I was five years old when Ali beat Liston for the title. Here was this brash young kid bragging that he’d beat this monster of a man. Then he did it. And then he did it again in a rematch. Ali was “the man.” He talked a lot of smack, but he backed it up. Plus it was obvious that he was having fun, so much of what he said seemed to be playful kidding around [until you stepped into the ring with him]. Ali was as cool as The Beatles or Elvis. In fact, Ali was the greatest.
I can remember the controversy that sprung up when Muhammad refused to enter the draft. Although I was against the war in Viet Nam, I felt that it was wrong to not support your country. Still, I admired Ali for standing by his convictions no matter the cost. And cost him it did. He was stripped of the title and not allowed to fight during three of what could have been his most productive years.
When Ali was once again allowed to fight, I can remember staying up late to watch it with my dad. Ali was fighting a tough guy named Jerry Quarry. Ali won by TKO in the 3rd. I had just turned 12 and Ali was still the greatest.
Less than a year later Ali fought Joe Frazier in what was to be the first of three legendary fights. Although Muhammad lost the fight, the battle become the thing of legends. Ali continued to fight and win.
Two years later, Ali fought and lost a split decision to Ken Norton. I was surprised about the loss, but even more so when I learned that Ali fought most [if not all] of the fight with a broken jaw. Six months later Ali beat Norton in the rematch. I was 14 and Ali was still the greatest.
Ali fought again the following month for an easy win. and then two months after that beat Joe Frazier in their first rematch. Their battle was another classic that went the entire 15 rounds, but this time Ali came out on top. Nine months later Ali entered the ring to fight Big George Foreman. Foreman was undefeated and had knocked out Frasier early. Heck, Foreman knocked almost everyone out early. Ali wasn’t given much of a chance. Of course we all know that Ali KO’d George in the 15th. I stayed up late listening to the results over the radio. I had just turned 16 and Ali was still the greatest.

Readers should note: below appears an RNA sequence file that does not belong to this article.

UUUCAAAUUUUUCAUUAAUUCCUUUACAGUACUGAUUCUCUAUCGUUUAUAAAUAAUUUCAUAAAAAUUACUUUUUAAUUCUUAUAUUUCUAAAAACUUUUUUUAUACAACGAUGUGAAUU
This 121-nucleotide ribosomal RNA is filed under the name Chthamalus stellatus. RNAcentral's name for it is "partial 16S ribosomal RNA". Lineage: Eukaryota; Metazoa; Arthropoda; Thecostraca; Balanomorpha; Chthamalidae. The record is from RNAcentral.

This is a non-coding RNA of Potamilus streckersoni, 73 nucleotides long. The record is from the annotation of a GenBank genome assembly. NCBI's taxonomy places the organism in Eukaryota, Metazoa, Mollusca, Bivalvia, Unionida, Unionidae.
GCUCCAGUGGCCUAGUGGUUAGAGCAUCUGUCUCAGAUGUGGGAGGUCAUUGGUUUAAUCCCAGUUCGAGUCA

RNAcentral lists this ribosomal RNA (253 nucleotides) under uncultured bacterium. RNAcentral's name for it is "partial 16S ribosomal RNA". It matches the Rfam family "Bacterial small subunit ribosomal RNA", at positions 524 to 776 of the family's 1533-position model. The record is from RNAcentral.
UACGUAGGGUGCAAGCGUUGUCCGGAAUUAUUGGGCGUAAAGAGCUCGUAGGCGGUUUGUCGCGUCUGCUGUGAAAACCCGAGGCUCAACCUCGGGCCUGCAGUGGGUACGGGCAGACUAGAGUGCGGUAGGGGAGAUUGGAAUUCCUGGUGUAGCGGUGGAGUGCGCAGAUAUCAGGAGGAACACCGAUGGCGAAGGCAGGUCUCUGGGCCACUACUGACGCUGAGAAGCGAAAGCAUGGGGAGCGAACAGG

In March of 75, Ali fought Chuck Wepner. No one gave Wepner ANY chance of winning. Still “The Bayonne Bleeder” went the distance in a losing effort and actually knocked Ali off of his feet at one point in the fight [although many say that it was more of a trip]. This fight, of course, is what inspired Sylvester Stallone to come up with “Rocky.” Ali followed with wins against Ron Lyle [talk about a huge, tough, ex-con] and Joe Bugner. In October of 75, Ali and Frazier met for the 3rd and final time. Ali won. I was 16 and Ali was still the greatest.
Ali fought regularly defending his title, winning against name fighters like Jimmy Young, Ken Norton [again] and Ernie Shavers. The Shavers fight was especially exciting. It was September 29, 1977. I was 18 years old and watched the fight while in Orlando for one of my first comic book conventions. After the fight, I got together with a bunch of my friends and played some poker. Of course we talked about how Ali was still the greatest!
Ali’s next fight was against a kid who had done well in the 76 Olympics. His name was Leon Spinks. The fight was televised on regular tv and I can remember watching it and seeing that the kid was winning. Spinks won with an upset decision. Ali later said that the loss to Spinks hurt more than any other of his career. Seven months later, at the age of 36, Ali beat Leon Spinks. I was 19 years old and Ali was still the greatest.
Muhammad didn’t fight again for over two years. Larry Holmes, one of Ali’s former sparring partners was champ, and Ali came back for “one last chance” to see him “dance.” I was at the pay-per-view the night that Holmes beat Ali. It wasn’t pretty. Still Muhammad gave it his all. As he did again when he came back 14 months later to fight a losing battle against Trevor Berbick. I was 23 years old and although Muhammad had lost, I felt he was still the greatest.
As the years have passed, Muhammad Ali’s legend has grown. He earned the nickname, “The People’s Champ” thanks to his popularity with folks of all races, soci-economic backgrounds and religions. Ali’s fans weren’t limited by borders. During his career he fought in 12 different countries; and was considered a true citizen of the world. Ali is probably more popular now than he was when he was in his fighting prime.
Today Muhammad Ali is 65 and he’s still the greatest.